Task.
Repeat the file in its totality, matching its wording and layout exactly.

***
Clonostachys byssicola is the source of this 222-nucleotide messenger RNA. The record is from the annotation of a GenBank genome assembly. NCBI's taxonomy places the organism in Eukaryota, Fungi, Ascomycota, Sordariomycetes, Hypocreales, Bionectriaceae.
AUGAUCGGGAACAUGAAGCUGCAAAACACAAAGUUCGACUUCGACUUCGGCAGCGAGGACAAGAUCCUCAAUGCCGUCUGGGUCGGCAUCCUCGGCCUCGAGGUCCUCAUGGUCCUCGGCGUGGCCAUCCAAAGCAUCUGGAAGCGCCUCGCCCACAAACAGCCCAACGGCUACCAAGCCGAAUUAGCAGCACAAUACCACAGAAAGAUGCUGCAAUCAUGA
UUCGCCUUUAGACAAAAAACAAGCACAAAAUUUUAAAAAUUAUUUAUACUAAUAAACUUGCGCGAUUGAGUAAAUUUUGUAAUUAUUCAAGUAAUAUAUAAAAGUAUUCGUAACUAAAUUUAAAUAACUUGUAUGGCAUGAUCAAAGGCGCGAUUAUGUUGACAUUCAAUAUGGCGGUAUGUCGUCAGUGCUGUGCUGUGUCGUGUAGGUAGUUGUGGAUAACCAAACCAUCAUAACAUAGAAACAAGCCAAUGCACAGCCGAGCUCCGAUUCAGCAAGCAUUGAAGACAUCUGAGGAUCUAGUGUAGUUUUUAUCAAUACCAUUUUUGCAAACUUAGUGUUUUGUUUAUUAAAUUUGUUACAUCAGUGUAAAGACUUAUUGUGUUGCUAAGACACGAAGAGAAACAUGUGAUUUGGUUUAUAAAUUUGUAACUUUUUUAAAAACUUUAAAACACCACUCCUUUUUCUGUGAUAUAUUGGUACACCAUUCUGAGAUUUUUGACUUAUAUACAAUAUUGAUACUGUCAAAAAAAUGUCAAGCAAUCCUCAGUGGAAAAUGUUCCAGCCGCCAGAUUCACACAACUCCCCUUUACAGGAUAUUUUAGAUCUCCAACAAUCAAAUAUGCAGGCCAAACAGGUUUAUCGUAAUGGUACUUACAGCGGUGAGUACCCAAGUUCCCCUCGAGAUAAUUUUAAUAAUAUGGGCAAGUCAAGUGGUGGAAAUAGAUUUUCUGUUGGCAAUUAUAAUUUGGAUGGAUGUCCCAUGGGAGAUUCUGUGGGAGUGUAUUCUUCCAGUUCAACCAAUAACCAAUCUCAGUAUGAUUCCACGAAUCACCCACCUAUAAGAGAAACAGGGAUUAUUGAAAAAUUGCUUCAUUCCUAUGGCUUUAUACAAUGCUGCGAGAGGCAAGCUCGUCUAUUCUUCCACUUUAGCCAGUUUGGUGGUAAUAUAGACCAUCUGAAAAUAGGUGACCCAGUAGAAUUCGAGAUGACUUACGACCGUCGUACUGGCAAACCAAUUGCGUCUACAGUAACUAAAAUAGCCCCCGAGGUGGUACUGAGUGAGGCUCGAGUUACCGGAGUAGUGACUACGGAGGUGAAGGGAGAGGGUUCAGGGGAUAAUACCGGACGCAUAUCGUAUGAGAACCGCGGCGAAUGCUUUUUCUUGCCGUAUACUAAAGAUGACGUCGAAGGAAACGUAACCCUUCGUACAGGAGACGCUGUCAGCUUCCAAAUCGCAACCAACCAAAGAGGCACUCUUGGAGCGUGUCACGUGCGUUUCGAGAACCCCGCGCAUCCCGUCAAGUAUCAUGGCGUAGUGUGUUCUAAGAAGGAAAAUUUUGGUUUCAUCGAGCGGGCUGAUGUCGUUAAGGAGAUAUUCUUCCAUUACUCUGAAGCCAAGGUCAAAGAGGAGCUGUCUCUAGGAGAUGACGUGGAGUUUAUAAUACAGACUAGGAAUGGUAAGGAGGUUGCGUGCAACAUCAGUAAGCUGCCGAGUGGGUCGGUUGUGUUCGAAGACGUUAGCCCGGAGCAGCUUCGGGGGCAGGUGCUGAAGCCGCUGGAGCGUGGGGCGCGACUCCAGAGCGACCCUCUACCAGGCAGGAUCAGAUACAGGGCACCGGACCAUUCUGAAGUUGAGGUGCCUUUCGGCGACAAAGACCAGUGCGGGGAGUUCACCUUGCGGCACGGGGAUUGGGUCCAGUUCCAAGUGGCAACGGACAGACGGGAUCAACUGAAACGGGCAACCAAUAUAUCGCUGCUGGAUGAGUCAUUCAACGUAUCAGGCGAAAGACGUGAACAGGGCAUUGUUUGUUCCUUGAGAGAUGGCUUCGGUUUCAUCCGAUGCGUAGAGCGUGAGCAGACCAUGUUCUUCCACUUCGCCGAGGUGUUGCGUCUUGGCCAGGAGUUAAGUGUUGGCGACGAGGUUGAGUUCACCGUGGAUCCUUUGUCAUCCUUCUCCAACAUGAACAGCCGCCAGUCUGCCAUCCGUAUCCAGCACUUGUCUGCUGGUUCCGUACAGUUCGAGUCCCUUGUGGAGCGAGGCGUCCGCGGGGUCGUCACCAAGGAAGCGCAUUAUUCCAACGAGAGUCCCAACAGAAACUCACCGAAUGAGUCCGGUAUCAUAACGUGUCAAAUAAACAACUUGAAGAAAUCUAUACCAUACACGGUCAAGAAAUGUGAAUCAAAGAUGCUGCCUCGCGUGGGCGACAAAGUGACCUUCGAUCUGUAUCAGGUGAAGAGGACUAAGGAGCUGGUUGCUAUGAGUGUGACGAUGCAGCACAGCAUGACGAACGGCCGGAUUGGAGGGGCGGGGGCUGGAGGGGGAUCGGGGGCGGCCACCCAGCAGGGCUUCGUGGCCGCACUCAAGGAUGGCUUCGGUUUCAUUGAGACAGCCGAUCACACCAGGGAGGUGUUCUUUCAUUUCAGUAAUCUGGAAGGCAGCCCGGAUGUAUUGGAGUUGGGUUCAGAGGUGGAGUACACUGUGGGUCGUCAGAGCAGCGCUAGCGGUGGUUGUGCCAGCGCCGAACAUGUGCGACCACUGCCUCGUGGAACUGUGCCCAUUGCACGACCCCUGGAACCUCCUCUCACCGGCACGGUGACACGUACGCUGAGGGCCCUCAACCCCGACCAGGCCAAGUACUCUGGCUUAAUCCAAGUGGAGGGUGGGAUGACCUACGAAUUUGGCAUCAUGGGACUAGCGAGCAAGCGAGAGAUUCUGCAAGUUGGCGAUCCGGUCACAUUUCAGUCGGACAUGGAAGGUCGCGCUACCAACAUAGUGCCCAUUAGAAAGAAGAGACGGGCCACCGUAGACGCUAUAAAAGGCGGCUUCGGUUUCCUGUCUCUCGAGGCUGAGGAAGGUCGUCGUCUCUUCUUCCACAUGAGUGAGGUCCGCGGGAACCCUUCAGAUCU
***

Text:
Clonostachys byssicola is the source of this 222-nucleotide messenger RNA. The record is from the annotation of a GenBank genome assembly. NCBI's taxonomy places the organism in Eukaryota, Fungi, Ascomycota, Sordariomycetes, Hypocreales, Bionectriaceae.
AUGAUCGGGAACAUGAAGCUGCAAAACACAAAGUUCGACUUCGACUUCGGCAGCGAGGACAAGAUCCUCAAUGCCGUCUGGGUCGGCAUCCUCGGCCUCGAGGUCCUCAUGGUCCUCGGCGUGGCCAUCCAAAGCAUCUGGAAGCGCCUCGCCCACAAACAGCCCAACGGCUACCAAGCCGAAUUAGCAGCACAAUACCACAGAAAGAUGCUGCAAUCAUGA
UUCGCCUUUAGACAAAAAACAAGCACAAAAUUUUAAAAAUUAUUUAUACUAAUAAACUUGCGCGAUUGAGUAAAUUUUGUAAUUAUUCAAGUAAUAUAUAAAAGUAUUCGUAACUAAAUUUAAAUAACUUGUAUGGCAUGAUCAAAGGCGCGAUUAUGUUGACAUUCAAUAUGGCGGUAUGUCGUCAGUGCUGUGCUGUGUCGUGUAGGUAGUUGUGGAUAACCAAACCAUCAUAACAUAGAAACAAGCCAAUGCACAGCCGAGCUCCGAUUCAGCAAGCAUUGAAGACAUCUGAGGAUCUAGUGUAGUUUUUAUCAAUACCAUUUUUGCAAACUUAGUGUUUUGUUUAUUAAAUUUGUUACAUCAGUGUAAAGACUUAUUGUGUUGCUAAGACACGAAGAGAAACAUGUGAUUUGGUUUAUAAAUUUGUAACUUUUUUAAAAACUUUAAAACACCACUCCUUUUUCUGUGAUAUAUUGGUACACCAUUCUGAGAUUUUUGACUUAUAUACAAUAUUGAUACUGUCAAAAAAAUGUCAAGCAAUCCUCAGUGGAAAAUGUUCCAGCCGCCAGAUUCACACAACUCCCCUUUACAGGAUAUUUUAGAUCUCCAACAAUCAAAUAUGCAGGCCAAACAGGUUUAUCGUAAUGGUACUUACAGCGGUGAGUACCCAAGUUCCCCUCGAGAUAAUUUUAAUAAUAUGGGCAAGUCAAGUGGUGGAAAUAGAUUUUCUGUUGGCAAUUAUAAUUUGGAUGGAUGUCCCAUGGGAGAUUCUGUGGGAGUGUAUUCUUCCAGUUCAACCAAUAACCAAUCUCAGUAUGAUUCCACGAAUCACCCACCUAUAAGAGAAACAGGGAUUAUUGAAAAAUUGCUUCAUUCCUAUGGCUUUAUACAAUGCUGCGAGAGGCAAGCUCGUCUAUUCUUCCACUUUAGCCAGUUUGGUGGUAAUAUAGACCAUCUGAAAAUAGGUGACCCAGUAGAAUUCGAGAUGACUUACGACCGUCGUACUGGCAAACCAAUUGCGUCUACAGUAACUAAAAUAGCCCCCGAGGUGGUACUGAGUGAGGCUCGAGUUACCGGAGUAGUGACUACGGAGGUGAAGGGAGAGGGUUCAGGGGAUAAUACCGGACGCAUAUCGUAUGAGAACCGCGGCGAAUGCUUUUUCUUGCCGUAUACUAAAGAUGACGUCGAAGGAAACGUAACCCUUCGUACAGGAGACGCUGUCAGCUUCCAAAUCGCAACCAACCAAAGAGGCACUCUUGGAGCGUGUCACGUGCGUUUCGAGAACCCCGCGCAUCCCGUCAAGUAUCAUGGCGUAGUGUGUUCUAAGAAGGAAAAUUUUGGUUUCAUCGAGCGGGCUGAUGUCGUUAAGGAGAUAUUCUUCCAUUACUCUGAAGCCAAGGUCAAAGAGGAGCUGUCUCUAGGAGAUGACGUGGAGUUUAUAAUACAGACUAGGAAUGGUAAGGAGGUUGCGUGCAACAUCAGUAAGCUGCCGAGUGGGUCGGUUGUGUUCGAAGACGUUAGCCCGGAGCAGCUUCGGGGGCAGGUGCUGAAGCCGCUGGAGCGUGGGGCGCGACUCCAGAGCGACCCUCUACCAGGCAGGAUCAGAUACAGGGCACCGGACCAUUCUGAAGUUGAGGUGCCUUUCGGCGACAAAGACCAGUGCGGGGAGUUCACCUUGCGGCACGGGGAUUGGGUCCAGUUCCAAGUGGCAACGGACAGACGGGAUCAACUGAAACGGGCAACCAAUAUAUCGCUGCUGGAUGAGUCAUUCAACGUAUCAGGCGAAAGACGUGAACAGGGCAUUGUUUGUUCCUUGAGAGAUGGCUUCGGUUUCAUCCGAUGCGUAGAGCGUGAGCAGACCAUGUUCUUCCACUUCGCCGAGGUGUUGCGUCUUGGCCAGGAGUUAAGUGUUGGCGACGAGGUUGAGUUCACCGUGGAUCCUUUGUCAUCCUUCUCCAACAUGAACAGCCGCCAGUCUGCCAUCCGUAUCCAGCACUUGUCUGCUGGUUCCGUACAGUUCGAGUCCCUUGUGGAGCGAGGCGUCCGCGGGGUCGUCACCAAGGAAGCGCAUUAUUCCAACGAGAGUCCCAACAGAAACUCACCGAAUGAGUCCGGUAUCAUAACGUGUCAAAUAAACAACUUGAAGAAAUCUAUACCAUACACGGUCAAGAAAUGUGAAUCAAAGAUGCUGCCUCGCGUGGGCGACAAAGUGACCUUCGAUCUGUAUCAGGUGAAGAGGACUAAGGAGCUGGUUGCUAUGAGUGUGACGAUGCAGCACAGCAUGACGAACGGCCGGAUUGGAGGGGCGGGGGCUGGAGGGGGAUCGGGGGCGGCCACCCAGCAGGGCUUCGUGGCCGCACUCAAGGAUGGCUUCGGUUUCAUUGAGACAGCCGAUCACACCAGGGAGGUGUUCUUUCAUUUCAGUAAUCUGGAAGGCAGCCCGGAUGUAUUGGAGUUGGGUUCAGAGGUGGAGUACACUGUGGGUCGUCAGAGCAGCGCUAGCGGUGGUUGUGCCAGCGCCGAACAUGUGCGACCACUGCCUCGUGGAACUGUGCCCAUUGCACGACCCCUGGAACCUCCUCUCACCGGCACGGUGACACGUACGCUGAGGGCCCUCAACCCCGACCAGGCCAAGUACUCUGGCUUAAUCCAAGUGGAGGGUGGGAUGACCUACGAAUUUGGCAUCAUGGGACUAGCGAGCAAGCGAGAGAUUCUGCAAGUUGGCGAUCCGGUCACAUUUCAGUCGGACAUGGAAGGUCGCGCUACCAACAUAGUGCCCAUUAGAAAGAAGAGACGGGCCACCGUAGACGCUAUAAAAGGCGGCUUCGGUUUCCUGUCUCUCGAGGCUGAGGAAGGUCGUCGUCUCUUCUUCCACAUGAGUGAGGUCCGCGGGAACCCUUCAGAUCU